Everything Is Changing: Contemporary U.S. Movements in Historical Perspective

By Mohammed E. Ahrari | Go to book overview

6
U.S. Foreign Policy and the Mexican- American Political Agenda

Rodolfo O. de la Garza

The role that Mexican-Americans play in domestic politics has changed dramatically in recent years. This change is a result of the combined impact of numerous factors, including the passage of Voting Rights Acts of 1975 and 1983, increased community-based activism, the activities of organizations such as the Mexican-American Legal Defense and Education Fund and the Southwest Voter Registration Education Project, and the rise of a new generation of Mexican-American leadership. 1 In addition, the size of the Mexican-origin population (citizens and non-citizens) has rapidly expanded and totaled 8.7 million by 1980; by 1984 this meant that there were approximately 6 million Mexican-Americans, 4 million of whom were of voting age. The overwhelming majority reside in the Southwest, with three million concentrated in California and Texas. These factors help to explain why there was an increase from four to nine Mexican-American congressmen between 1980 and 1984, why Mexican-American mayors were elected in major cities such as San Antonio and Denver, and why there were significant increases in the number of elected and appointed officials serving at state, county, and local levels across the Southwest. 2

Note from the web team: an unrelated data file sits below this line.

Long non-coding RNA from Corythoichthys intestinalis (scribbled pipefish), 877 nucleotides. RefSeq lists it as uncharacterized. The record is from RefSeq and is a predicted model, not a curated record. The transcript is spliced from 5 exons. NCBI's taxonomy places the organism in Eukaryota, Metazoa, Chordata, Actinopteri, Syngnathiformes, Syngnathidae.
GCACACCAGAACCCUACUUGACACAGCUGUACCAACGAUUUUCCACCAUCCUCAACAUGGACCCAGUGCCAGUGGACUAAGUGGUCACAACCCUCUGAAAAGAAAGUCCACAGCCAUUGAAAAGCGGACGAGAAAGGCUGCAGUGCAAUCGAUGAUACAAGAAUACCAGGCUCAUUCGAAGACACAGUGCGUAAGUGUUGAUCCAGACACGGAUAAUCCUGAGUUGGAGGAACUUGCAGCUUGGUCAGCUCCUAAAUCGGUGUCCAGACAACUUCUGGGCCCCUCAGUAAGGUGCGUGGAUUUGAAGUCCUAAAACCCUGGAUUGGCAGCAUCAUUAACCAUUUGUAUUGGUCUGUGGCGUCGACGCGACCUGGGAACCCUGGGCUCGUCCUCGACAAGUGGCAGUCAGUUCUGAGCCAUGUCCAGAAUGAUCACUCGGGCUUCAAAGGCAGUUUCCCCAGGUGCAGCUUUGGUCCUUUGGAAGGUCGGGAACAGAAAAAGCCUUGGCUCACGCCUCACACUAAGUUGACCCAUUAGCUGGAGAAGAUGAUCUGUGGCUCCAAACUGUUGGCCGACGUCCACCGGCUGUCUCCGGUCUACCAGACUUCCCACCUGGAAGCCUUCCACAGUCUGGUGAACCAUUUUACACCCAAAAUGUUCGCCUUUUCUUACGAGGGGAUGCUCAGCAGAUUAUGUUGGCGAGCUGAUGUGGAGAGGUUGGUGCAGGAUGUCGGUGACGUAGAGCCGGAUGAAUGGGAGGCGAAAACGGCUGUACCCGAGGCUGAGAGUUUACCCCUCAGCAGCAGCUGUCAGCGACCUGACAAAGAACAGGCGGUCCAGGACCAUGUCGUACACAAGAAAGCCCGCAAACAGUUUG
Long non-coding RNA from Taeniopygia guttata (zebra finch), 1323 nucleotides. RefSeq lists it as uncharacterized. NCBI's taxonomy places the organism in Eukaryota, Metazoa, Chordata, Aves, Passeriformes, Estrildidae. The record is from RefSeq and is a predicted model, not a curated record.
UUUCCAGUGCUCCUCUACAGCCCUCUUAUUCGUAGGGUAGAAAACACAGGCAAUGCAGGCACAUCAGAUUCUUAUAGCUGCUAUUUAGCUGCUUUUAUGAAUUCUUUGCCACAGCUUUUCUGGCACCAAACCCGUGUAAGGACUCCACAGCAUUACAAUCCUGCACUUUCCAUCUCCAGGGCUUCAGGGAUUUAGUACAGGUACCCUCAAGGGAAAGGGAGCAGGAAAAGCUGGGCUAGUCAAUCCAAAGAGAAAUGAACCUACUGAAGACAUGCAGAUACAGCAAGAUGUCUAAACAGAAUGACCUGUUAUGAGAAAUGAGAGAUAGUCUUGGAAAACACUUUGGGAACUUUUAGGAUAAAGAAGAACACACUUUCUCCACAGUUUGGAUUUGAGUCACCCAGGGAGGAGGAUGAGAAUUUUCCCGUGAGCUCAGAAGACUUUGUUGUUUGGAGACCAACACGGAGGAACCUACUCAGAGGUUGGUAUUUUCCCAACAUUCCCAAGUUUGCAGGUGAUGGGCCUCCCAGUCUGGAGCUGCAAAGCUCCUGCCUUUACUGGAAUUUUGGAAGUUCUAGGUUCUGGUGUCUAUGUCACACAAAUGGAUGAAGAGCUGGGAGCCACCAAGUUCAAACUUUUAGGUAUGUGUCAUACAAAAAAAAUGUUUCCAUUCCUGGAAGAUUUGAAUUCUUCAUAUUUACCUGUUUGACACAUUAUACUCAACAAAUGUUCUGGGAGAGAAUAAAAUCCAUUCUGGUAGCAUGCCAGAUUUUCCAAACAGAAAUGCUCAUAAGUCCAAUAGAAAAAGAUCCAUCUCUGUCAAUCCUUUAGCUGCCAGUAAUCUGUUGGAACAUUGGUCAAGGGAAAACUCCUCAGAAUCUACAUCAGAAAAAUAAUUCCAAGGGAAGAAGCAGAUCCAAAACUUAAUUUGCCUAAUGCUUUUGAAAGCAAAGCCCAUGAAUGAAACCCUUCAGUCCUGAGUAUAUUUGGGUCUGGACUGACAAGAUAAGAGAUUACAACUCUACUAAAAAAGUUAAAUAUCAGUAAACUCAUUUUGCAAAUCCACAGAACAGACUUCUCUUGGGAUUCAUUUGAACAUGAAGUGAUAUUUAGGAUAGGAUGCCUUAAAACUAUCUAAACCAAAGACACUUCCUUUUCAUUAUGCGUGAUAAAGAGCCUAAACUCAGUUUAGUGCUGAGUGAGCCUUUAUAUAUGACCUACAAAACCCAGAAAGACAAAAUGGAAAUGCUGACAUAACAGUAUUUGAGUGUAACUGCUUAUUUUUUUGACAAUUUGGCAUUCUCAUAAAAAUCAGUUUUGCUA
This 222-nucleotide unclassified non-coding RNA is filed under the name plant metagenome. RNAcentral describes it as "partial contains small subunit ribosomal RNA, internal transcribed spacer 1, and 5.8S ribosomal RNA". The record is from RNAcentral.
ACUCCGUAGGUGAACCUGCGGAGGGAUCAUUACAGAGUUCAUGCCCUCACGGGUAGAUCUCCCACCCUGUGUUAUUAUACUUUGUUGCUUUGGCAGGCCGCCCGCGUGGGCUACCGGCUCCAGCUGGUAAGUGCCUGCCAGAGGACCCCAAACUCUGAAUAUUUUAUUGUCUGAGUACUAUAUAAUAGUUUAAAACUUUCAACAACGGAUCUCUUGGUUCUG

Now that Mexican-Americans have begun to play an important role in domestic politics, there is considerable speculation regarding how they might use their newfound status to influence foreign policy. Specifically, it has been suggested that U.S. policy toward Latin America in general and Mexico in particular will be salient issues for Mexican-Americans. Moreover, some observers have implied that Mexican-Americans will develop into a lobby defending Mexican and Latin American interests and, implicitly, opposing U. S. policies.

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